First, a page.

BSB123 - Data Analysis Mid-Semester Exam Notes (Summary of Lectures 1 - 6)

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Department
Management and Human Resources
Course
BSB123
Professor
All Professors
Semester
Spring

Description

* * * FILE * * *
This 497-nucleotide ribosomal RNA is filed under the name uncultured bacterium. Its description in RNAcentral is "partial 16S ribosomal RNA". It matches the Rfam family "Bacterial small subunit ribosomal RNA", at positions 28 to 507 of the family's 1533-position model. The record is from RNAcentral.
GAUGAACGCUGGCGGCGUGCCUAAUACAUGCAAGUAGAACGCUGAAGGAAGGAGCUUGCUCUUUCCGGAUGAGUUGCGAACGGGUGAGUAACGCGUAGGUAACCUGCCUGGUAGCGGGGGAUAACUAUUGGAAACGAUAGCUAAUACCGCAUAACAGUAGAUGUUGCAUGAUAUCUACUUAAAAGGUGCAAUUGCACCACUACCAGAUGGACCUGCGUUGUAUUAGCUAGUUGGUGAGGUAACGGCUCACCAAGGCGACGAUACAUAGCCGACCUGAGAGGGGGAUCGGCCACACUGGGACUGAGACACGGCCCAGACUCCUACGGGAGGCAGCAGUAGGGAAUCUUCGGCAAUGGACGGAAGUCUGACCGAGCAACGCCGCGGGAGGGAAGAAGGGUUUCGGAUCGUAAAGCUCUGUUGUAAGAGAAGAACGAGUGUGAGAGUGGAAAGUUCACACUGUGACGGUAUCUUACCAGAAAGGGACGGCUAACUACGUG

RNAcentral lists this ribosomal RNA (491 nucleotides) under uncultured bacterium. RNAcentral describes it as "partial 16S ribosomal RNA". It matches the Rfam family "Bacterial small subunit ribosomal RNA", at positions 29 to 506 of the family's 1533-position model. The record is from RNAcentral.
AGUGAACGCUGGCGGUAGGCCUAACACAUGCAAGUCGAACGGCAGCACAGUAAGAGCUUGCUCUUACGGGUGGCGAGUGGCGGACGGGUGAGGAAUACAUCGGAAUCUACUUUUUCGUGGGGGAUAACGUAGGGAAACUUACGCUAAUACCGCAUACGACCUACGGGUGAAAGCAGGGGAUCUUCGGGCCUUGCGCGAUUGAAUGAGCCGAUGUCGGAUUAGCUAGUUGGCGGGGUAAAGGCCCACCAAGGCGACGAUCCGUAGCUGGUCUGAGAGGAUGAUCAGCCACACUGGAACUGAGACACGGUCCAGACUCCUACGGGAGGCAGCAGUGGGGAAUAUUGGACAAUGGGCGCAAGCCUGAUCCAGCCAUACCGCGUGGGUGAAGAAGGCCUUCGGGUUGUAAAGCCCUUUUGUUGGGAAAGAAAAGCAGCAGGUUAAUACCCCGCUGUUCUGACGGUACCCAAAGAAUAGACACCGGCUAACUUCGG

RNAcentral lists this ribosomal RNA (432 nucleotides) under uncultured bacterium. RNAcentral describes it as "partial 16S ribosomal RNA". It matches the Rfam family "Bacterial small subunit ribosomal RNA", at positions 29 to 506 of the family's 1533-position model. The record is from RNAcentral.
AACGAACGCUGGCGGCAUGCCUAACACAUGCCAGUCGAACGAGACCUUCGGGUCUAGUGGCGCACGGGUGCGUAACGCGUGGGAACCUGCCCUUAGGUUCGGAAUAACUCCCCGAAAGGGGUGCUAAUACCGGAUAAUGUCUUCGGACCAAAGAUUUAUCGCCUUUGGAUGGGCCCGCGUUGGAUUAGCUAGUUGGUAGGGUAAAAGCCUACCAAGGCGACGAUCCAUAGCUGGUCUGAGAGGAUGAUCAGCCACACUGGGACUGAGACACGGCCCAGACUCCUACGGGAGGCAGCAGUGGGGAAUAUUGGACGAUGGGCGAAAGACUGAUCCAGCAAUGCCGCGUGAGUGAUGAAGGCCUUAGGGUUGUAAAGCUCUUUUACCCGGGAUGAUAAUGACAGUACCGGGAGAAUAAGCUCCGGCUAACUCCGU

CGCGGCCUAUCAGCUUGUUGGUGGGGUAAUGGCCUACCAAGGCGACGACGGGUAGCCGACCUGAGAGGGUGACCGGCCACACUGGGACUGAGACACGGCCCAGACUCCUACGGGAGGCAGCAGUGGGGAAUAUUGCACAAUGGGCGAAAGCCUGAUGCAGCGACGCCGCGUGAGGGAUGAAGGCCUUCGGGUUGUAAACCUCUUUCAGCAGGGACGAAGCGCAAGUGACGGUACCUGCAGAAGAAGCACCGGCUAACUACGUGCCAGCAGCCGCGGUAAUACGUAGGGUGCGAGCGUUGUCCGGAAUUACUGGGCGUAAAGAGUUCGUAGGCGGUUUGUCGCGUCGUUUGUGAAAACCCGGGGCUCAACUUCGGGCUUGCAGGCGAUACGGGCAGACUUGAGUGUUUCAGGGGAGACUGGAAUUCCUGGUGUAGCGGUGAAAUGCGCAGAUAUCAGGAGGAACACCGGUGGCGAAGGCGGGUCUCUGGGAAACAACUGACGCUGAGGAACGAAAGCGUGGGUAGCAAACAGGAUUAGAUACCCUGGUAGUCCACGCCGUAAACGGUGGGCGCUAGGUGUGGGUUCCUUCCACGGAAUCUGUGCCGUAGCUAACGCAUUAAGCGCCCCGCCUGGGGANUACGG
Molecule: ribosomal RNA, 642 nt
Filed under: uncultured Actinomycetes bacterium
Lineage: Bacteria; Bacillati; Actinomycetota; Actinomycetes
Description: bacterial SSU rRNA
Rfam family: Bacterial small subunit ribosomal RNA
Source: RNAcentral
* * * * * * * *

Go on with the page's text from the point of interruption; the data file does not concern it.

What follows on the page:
Data Analysis Mid-Semester Notes Lecture 1: Introduction to Statistics Statistics: processing and analysing data Descriptive: collecting, presenting and characterising Inferential: use sample to draw conclusions about the population Population: whole dataset Sample: subset Parameter: numerical measure that describes a characteristic of a population Statistic: numerical measure that describes a characteristic of a sample Primary source: collect yourself or internally Secondary source: buy data/external source Collecting Data Important Sources 1. Data distributed by organisation or individual 2. Designed experiment 3. Survey 4. Observational study Data  Categorical  Nominal: no order  Ordinal: order to categories  Numerical  Discrete (finite e.g 1,2,3) OR continuous (infinite 1.2713…)  Interval (no ratio proportions) OR ratio (ration comparisons)  Time series (time element) OR cross sectional (one point in time) Graphing/tables  Categorical Data  Summary table  Bar graph (good for frequency comparisons)  Pie graph (good for proportions) Christina Meyers BSB 123 Data Analysis 1 Lecture 2: Presenting data in tables and charts & Introduction to descriptive measures Numerical Data Ordered array: ordered from smallest to largest Frequency distribution: summary table in which data is arranged into numerically ordered classes Histogram: graph of continuous data in a frequency distribution (no gaps) Class intervals and boundaries Range  max min range Classwidth no. of classes Lowerboundary Upperboundeary Classmid-point 2 Rule of thumb: Usually at least 5 classes, but no more than 15 Two Variables: Bivariate Data x: Independent variable y: dependent variable Does (dependent variable, y) depend on (independent, x)?  Categorical vs categorical  Contingency table (allows for cross-tabulation of data)  Clustered bar chart/stacked bar chart (converts contingency table into graphical form)  Numerical vs numerical  Scatter plot (x,y pairs of data)  Line chart (time series – time is the independent variable, against a dependent variable)  Numerical vs categorical  Pivot table Positive relationship: as x increases, y increases Negative relationship: as x increase, y decreases No relationship: random movements of x and y Christina Meyers BSB 123 Data Analysis 2 Central tendency Mean: average (sum of values divided by the no. of values)  X i x  n Median: middle number of an ordered array Medianposition n 1 3 Rule 1: If Data set is even, median is the average of the two middle ranked values Rule 2: If Data set is odd, median is the middle ranked value Mode: most frequently observed value [may be no mode or several modes (bimodal)] Quartiles Split the ranked data into 4 segments, with an equal number of values per segment Q1 Q2 Q3 Q4 25% 25% 25% 25% n1  n1 3(n1)  4(n1) 4 2 4 4 (Median) Rules Rule 1: If the result is an integer, then the quartile is equal to the ranked value Rule 2: If the result is a fractional half, then the quartile is equal to the mean of the corresponding ranked values Rule 3: If the result is neither an integer nor a fractional half, round the result to the nearest integer and select that ranked value Box and whisker plot Christina Meyers BSB 123 Data Analysis 3 Lecture 3: Numerical descriptive measures Variation Range  max min Outliers can lead to an untrue indication of the range Interquartile range IQR Q3Q1 Ignores extreme values Variance: Measure of variation based on squared deviations from the mean Population Variance 2 2  (X  )   N Sample Variance 2 S   (x  x) n 1 Standard Deviation Only measures 1 variable Population Standard Deviation    2 Sample Standard Deviation 2 S  S Coefficient of Variation: Relative measure of variation, the standard deviation divided by the mean, multiplied by 100% CV  S x Covariance Measures direction of linear relationship between two numerical variables i.e positive or negative (x  x)(y  y) Cov(X,Y)   n1 Christina Meyers BSB 123 Data Analysis 4 Correlation Measures the direction and strength of the relationship Cov(X,Y) rXY  S x y Z Score The difference between a given observation and the mean, divided by the standard deviation Z  x  x S A Z Score above 3 below -3 is considered an outlier. An outlier can cause numerical measures to be distorted, resulting in misleading overall trends Shape Longer left tail Longer right tail Christina Meyers BSB 123 Data Analysis 5 Lecture 4: Simple Linear Regression and Introduction to Probabili
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